Tuesday, November 23, 2010

New Website & Plant Database

Yavapai County Cooperative Extension

Jeff Schalau and Mary Barnes have finished the conversion of the horticulture information to the new website.  Jeff says that this page will likely take longer to load and there are some other things that aren't as user friendly but there are pluses to the new site.  At the top of the page is a link to Extension publications.  Look to the menu at the left for the horticulture page.  If you have bookmarks to the old site you can still use them but first you will reach a page that will redirect you to the new site.  Take a few minutes and bookmark these new links.


There are some differences from the old one so I recommend you spend a bit of time exploring. To get to the main horticulture page use the link below. You can find Jeff's newpaper columns here, a terrific resource since it is searchable.


From there you can find the Master Gardener pages.  This is the place to find the reporting forms, both electronic and not.  There is also a link to the Arizona Master Gardener Manual, this blog, forms to apply to become a Master Gardener, the Master Gardener Newsletter (there is an index for the newsletter starting in 2000) and a calender.


One link that is terrific, is the plant database.  This database was created by Master Gardener volunteers and covers around 150 native plants of Yavapai county.  It isn't a complete list, there are portions still in development but the grasses, shrubs and trees sections have a wealth of information.  The listings include several pictures of the plant, description of the species, flower characteristics and habitat information.  If you are a Yavapai County Master Gardener and would like to work on the database contact Mary Barnes.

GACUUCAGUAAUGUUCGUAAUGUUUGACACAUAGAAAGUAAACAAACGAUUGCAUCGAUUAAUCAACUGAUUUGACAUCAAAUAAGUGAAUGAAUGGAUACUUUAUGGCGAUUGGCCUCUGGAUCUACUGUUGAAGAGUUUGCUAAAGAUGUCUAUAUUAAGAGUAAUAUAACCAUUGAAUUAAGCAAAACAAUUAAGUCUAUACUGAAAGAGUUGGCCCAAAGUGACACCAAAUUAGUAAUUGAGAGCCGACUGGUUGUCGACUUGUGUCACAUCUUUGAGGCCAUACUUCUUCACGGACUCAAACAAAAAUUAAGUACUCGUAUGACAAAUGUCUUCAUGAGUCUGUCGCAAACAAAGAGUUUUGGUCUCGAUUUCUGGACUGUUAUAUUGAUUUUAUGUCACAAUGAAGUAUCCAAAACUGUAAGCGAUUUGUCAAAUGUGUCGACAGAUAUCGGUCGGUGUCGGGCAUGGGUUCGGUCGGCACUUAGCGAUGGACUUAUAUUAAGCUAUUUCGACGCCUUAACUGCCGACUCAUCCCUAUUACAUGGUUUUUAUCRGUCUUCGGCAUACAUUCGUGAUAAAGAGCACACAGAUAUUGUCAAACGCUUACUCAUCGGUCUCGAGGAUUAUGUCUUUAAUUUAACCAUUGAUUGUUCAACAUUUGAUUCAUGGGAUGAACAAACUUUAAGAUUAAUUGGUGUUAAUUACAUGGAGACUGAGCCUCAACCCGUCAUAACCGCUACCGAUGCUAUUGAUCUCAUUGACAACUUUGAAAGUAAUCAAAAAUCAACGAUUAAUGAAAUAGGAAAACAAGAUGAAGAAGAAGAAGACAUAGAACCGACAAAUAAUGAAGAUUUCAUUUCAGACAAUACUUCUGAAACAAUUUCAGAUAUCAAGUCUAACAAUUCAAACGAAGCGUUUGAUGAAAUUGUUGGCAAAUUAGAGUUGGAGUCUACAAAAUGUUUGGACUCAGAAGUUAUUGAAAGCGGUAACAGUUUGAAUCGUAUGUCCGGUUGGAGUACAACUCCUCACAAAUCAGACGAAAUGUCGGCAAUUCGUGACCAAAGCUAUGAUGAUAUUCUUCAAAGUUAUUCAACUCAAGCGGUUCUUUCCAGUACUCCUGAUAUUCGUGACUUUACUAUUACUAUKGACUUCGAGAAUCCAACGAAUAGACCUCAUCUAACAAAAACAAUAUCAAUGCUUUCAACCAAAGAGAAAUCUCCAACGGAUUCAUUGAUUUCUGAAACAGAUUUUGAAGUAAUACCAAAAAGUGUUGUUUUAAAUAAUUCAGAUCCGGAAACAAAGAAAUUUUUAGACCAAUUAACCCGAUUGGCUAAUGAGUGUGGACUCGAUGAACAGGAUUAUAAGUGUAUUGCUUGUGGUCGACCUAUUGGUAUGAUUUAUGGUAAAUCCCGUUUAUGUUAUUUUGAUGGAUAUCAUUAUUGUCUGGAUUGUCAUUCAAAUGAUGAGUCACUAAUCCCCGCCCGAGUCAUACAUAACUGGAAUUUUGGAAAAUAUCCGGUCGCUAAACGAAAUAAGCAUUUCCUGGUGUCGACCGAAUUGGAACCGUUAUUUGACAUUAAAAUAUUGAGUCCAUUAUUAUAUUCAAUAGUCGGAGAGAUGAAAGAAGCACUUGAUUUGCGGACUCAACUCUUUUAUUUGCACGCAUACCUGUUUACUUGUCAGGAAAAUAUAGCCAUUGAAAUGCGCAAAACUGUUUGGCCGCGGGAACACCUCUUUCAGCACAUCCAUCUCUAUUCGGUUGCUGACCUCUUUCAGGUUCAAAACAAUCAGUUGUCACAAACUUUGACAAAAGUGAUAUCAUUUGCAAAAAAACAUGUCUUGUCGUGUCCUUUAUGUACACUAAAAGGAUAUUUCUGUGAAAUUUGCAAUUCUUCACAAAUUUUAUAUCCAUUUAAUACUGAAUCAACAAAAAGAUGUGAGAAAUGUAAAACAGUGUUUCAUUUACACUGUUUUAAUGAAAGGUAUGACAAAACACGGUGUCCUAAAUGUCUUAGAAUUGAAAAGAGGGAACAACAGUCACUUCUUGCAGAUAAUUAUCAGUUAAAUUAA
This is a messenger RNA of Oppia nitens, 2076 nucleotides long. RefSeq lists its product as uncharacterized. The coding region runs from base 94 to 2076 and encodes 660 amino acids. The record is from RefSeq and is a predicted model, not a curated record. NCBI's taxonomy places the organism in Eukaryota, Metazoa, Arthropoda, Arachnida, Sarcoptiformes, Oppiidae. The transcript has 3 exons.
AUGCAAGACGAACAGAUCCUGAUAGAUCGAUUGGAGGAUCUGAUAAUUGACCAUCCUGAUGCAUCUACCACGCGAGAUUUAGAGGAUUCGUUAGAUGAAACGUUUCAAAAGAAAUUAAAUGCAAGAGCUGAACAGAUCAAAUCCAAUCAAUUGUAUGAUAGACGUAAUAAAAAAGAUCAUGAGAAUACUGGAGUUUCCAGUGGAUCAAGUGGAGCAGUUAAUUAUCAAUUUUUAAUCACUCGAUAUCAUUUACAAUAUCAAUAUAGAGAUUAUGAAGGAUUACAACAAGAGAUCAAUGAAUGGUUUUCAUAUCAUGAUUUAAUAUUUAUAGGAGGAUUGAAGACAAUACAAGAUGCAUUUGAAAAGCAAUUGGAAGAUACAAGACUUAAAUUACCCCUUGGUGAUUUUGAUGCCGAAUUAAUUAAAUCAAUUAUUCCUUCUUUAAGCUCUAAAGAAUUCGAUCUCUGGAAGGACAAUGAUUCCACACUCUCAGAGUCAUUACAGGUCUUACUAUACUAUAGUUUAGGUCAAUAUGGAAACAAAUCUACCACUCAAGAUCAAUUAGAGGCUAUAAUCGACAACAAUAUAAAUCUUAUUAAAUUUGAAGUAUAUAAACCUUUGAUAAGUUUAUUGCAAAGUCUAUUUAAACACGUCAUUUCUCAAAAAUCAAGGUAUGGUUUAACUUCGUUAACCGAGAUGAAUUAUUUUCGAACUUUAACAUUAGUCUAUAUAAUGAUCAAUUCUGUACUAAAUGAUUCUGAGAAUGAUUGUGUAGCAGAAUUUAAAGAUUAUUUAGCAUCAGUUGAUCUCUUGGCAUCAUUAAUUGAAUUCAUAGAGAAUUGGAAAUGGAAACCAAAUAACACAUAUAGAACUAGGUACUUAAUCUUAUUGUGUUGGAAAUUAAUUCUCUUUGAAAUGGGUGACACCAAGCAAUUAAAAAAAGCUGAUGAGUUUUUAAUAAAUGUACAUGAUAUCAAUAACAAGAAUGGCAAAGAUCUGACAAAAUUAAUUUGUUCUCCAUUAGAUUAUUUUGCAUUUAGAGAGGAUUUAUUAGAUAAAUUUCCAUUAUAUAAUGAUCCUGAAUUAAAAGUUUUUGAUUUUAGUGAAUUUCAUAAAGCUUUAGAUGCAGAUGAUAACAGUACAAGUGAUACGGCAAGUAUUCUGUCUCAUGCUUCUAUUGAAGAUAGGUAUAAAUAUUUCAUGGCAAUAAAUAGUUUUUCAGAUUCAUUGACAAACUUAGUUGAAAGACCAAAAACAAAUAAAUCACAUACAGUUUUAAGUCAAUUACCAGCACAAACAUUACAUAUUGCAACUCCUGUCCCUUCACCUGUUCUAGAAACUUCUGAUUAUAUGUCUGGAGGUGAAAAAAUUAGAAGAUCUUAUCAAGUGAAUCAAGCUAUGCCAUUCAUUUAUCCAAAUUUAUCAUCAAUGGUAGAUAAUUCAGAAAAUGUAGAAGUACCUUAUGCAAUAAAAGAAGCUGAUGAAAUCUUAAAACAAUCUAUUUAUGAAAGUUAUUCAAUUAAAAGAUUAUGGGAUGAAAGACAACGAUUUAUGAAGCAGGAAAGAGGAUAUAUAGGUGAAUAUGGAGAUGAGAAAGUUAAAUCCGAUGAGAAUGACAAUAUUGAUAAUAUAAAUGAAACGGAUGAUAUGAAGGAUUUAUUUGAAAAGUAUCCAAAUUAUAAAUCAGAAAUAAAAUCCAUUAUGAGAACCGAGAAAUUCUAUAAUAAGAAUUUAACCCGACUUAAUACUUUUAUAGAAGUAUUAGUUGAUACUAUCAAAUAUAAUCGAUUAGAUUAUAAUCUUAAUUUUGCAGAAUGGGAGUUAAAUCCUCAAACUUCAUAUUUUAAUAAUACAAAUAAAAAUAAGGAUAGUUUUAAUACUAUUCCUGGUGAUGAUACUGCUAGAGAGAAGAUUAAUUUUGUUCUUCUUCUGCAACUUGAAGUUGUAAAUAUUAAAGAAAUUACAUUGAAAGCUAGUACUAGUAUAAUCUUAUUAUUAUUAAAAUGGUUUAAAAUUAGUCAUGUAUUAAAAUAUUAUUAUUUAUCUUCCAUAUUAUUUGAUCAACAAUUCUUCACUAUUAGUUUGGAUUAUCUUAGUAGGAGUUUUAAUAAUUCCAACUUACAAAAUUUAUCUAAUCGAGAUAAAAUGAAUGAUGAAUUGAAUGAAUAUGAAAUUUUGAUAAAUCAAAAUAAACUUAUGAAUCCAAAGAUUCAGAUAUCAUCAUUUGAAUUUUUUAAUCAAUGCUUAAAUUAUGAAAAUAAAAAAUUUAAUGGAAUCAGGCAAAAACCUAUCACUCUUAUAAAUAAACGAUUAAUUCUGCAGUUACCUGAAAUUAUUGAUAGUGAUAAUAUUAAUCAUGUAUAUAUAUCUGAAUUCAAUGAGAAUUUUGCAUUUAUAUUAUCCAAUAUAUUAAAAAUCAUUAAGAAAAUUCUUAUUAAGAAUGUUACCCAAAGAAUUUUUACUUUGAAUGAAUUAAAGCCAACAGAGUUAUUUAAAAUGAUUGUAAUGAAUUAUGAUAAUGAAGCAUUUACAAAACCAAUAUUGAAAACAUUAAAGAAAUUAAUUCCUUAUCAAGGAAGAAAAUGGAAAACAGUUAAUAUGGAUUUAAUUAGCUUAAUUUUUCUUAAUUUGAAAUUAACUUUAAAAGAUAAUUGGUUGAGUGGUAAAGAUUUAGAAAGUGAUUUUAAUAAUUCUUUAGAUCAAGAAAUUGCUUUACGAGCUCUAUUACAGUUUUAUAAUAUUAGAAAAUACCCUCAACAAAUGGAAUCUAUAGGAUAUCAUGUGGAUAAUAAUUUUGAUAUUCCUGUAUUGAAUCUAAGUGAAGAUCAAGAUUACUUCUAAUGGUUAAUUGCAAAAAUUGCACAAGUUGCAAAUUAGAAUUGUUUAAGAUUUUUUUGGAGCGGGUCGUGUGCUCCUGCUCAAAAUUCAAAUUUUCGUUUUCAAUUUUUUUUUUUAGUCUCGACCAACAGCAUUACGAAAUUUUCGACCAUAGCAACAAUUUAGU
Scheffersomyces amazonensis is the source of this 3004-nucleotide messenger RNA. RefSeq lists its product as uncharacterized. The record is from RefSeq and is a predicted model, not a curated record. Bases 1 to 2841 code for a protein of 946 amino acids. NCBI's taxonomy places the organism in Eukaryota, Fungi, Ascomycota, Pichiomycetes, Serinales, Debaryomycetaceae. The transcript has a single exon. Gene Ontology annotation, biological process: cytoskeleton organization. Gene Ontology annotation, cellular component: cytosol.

The links to the new website are posted on the main page of the blog also.  Take some time and and explore the site, it's filled with terrific information.

Science News

It's late November and not much is going on in my garden.  Instead I've been doing one of my other favorite things—reading.  I'll read just about anything someone puts in front of me but one of my favorites is the magazine ScienceNews.  http://www.sciencenews.org/   They do a terrific job of explaining science in friendly terms.  Below are some interesting tidbits.

(SN:7/18/09, pg 12)  The heat of chili peppers apparently protect them from  fungus, but they are more likely to be affected by drought and ants.

(SN Online: 2/13/09) The stress of plants being grown organically could explain the abundance of some micronutrients, ones that protect the plants and aid human health.

(SN Online: 8/25/09)  For those using pomegranate supplements instead of eating the real thing:  don't bother, most of them don't actually contain any of the plant material they claim.

(SN 1/16/10, pg 8)  Deception amongst the squash.  Squash are slight of hand advertisers thanks to a common virus.  When cucumber mosiac virus infects squash plants, the plant starts to smell more attractive to aphids.  Oh by the way, none of this is good news for the gardener!  Anyway the virus attracts the aphids, the aphids take a taste and go "UGH" and move on.  The aphids also pick up the virus and help spread it to other plants.

(SN 1/16/10 pg 8)  Worried about bed bugs, not sure whether you have them?  A low tech, low expense, way to find them has been devised by researchers.  The bugs apparently are attracted by carbon dioxide.  Take about a kilogram (sorry you'll have to figure out how much this is) and put it in a 1/3 gallon insulated jug (available in sporting goods stores).  Don't quite close the opening.  Stand the jug in a low dish and build a paper ramp up to the lip of the bowl.  Dust the bowl with a slight coat of talcum powder.  Leave the room, close the door and leave it alone for 11 hours.  The pesky bugs are attracted to the CO2, climb the ramp, fall into the bowl where the slick sides and talcum powder prevent them from escaping.  Some good news (?) is that modern bed bugs don't live as long without feeding.  Small consolation, but it will save you money by not hiring a pest inspector.